Designing for Disaster

The National Museum of the American Indian on the Mall in Washington is a successful example. Cantilevered, curving bands of rough-cut limestone project 50 feet from the body of the building, protecting the east entrance from a crash attack. The sidewalk, which is elevated above the street, acts as another unobtrusive barrier, while nonlinear paths, pools, watercourses, and planted mini-grasslands and wetlands are a veiled – and beautiful – form of defense.

"Nothing is more important to security than people," says Hopper. The more that public amenities lure people to the street, the more this activity creates inherent security, something urban theorist Jane Jacobs called "eyes on the street."

One of the architecture firms most savvy at designing urban streetscapes that are both comfortable and secure is Rogers Marvel Architects of New York City. Their designs for the New York Financial District have raised security to an art form.

The Stock Exchange and Wall Street (potential terrorist targets) are areas of dense foot traffic in lower Manhattan. After 9/11 (and temporarily again during the "Occupy Wall Street" protests), security barriers sealed off the street. The firm's task in 2004 was to restore public space while minimizing the risk of a potential incident. Their elegant, bronze-clad sculptural bollards (called "NoGos") are not only appealing but also muscular, able to stop a 15,000-pound truck traveling 50 miles per hour. For approved vehicular access, the firm designed perforated bollards that glow red or green to signal "stop" or "go" atop a turntable inlaid in the pavement. "Like your aunt's Lazy Susan," Robert Rogers says, the turntable and bollards rotate to grant passage when desired or impede it when necessary.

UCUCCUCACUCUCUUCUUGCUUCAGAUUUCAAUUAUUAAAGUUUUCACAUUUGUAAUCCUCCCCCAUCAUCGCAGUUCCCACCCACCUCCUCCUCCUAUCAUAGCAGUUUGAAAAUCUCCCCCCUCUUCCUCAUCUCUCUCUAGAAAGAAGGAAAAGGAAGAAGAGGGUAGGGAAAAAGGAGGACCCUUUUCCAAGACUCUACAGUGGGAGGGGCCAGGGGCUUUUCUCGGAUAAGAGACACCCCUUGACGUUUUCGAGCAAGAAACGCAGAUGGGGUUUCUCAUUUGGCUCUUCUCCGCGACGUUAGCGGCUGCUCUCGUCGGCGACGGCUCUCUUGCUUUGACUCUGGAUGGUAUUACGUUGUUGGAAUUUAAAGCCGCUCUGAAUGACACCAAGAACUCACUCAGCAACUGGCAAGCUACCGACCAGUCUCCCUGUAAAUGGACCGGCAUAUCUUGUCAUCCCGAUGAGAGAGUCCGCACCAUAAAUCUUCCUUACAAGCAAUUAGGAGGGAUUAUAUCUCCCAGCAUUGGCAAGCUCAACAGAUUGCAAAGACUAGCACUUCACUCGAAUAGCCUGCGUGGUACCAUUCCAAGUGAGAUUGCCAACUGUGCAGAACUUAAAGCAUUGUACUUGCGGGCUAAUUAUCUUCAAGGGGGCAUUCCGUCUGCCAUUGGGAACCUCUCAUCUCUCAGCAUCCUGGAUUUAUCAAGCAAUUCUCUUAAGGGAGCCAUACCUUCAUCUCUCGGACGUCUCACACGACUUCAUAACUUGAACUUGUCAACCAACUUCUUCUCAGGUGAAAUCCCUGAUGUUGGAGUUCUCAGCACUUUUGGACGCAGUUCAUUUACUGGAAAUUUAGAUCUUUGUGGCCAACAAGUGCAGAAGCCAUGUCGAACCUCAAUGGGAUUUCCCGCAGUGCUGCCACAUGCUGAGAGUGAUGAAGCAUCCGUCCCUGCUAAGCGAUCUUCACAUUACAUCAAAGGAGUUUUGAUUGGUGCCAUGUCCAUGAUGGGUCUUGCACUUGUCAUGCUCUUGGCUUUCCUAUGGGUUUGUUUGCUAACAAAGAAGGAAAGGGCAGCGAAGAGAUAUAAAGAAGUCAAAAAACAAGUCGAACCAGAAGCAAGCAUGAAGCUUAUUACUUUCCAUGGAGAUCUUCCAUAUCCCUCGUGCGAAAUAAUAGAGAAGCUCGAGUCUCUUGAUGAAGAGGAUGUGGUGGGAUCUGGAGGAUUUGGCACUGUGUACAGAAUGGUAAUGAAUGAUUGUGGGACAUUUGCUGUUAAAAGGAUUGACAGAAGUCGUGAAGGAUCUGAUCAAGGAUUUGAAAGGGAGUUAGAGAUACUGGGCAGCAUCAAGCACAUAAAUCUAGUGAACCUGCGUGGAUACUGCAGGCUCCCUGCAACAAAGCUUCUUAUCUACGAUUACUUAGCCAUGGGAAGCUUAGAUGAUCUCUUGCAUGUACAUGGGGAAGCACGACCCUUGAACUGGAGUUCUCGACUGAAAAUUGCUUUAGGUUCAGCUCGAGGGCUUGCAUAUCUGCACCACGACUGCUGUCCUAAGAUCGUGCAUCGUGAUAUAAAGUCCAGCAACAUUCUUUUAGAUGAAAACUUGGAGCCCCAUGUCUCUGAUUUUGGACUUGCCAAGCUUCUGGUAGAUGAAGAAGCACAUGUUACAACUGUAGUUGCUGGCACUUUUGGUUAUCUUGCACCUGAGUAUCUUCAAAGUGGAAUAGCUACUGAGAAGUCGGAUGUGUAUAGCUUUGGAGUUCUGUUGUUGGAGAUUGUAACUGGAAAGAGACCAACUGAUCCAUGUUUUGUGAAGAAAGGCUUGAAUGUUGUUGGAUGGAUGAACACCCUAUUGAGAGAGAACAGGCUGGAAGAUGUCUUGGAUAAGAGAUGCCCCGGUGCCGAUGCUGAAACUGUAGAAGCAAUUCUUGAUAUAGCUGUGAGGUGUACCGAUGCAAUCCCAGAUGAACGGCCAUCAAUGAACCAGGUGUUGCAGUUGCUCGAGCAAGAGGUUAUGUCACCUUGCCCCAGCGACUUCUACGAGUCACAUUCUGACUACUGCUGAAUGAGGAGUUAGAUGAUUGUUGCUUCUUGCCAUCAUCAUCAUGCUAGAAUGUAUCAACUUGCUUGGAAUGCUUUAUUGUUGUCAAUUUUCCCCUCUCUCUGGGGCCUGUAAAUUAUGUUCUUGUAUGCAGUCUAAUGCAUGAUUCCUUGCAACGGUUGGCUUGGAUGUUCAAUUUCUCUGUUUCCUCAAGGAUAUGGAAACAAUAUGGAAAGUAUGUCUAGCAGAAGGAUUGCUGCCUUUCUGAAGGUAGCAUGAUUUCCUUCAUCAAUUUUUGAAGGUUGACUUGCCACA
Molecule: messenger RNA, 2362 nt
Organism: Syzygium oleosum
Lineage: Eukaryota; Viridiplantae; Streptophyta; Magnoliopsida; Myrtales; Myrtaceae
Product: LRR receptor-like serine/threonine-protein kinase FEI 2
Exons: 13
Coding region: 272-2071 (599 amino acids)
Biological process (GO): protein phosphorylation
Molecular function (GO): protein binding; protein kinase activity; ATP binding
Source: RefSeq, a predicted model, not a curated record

Another clever intervention is a "Tiger Trap" made of collapsible concrete installed near the World Financial Center. Adapted from arrestor beds used at the end of short runways in airports, the concrete is engineered to fail under the weight of a truck bomb but is invisible to pedestrians walking atop it on planting beds or plazas.

"The most interesting things are not what's been done before," Mr. Rogers says. "What they teach in architecture school is problem solving. That's the adventure of being an architect – where the intrigue and excitement lie."

The plan for a new US Embassy in London illustrates how a standoff zone does not mean standoffish design. The KieranTimberlake architectural firm of Philadelphia recently won the commission with their design for what James Tim­ber­lake calls "an urban building in an urban park." The building itself will be a see-through cube atop a colonnade, surrounded by curving paths, trees, berms, gardens, and a pond that acts as a moat. Instead of being foreboding, the blast-resistant glass and polymer skin of the building creates, Mr. Timberlake says, a welcoming, crystalline "beacon," an "open, transparent, sustainable icon of democracy." Timberlake calls the security requirement not a "constraint but an opportunity." By incorporating it in the design process rather than as an add-on or afterthought, he hopes their approach "will have a transformative effect on the expression and presence of barrier design."

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